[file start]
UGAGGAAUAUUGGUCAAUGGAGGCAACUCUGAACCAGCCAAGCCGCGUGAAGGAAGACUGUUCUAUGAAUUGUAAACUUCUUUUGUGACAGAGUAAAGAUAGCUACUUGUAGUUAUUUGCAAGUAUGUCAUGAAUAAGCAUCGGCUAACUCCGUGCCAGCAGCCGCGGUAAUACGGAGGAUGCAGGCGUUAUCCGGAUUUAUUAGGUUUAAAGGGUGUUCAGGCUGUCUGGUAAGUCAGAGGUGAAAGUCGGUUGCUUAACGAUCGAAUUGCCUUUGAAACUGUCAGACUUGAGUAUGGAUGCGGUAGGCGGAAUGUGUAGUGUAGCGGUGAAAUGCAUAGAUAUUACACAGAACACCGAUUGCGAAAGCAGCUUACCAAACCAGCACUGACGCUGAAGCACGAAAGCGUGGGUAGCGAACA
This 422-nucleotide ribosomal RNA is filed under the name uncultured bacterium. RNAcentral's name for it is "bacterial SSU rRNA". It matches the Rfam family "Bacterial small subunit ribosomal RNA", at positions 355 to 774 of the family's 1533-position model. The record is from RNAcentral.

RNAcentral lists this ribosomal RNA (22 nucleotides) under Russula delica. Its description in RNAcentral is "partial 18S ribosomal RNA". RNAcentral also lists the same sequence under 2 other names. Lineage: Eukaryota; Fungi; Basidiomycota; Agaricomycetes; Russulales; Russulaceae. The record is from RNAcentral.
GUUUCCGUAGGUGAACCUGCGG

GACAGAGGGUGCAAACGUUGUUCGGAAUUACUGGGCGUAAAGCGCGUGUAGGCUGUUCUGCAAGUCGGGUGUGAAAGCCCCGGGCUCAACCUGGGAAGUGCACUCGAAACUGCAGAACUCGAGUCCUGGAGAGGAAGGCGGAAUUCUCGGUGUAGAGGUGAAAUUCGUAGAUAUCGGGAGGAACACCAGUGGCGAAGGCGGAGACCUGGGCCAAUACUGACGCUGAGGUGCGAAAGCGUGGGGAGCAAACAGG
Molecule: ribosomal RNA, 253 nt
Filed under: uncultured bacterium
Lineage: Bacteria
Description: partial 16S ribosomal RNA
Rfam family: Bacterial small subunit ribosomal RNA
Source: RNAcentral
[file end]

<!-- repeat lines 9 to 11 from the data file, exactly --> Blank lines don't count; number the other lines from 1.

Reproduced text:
Description: partial 16S ribosomal RNA
Rfam family: Bacterial small subunit ribosomal RNA
Source: RNAcentral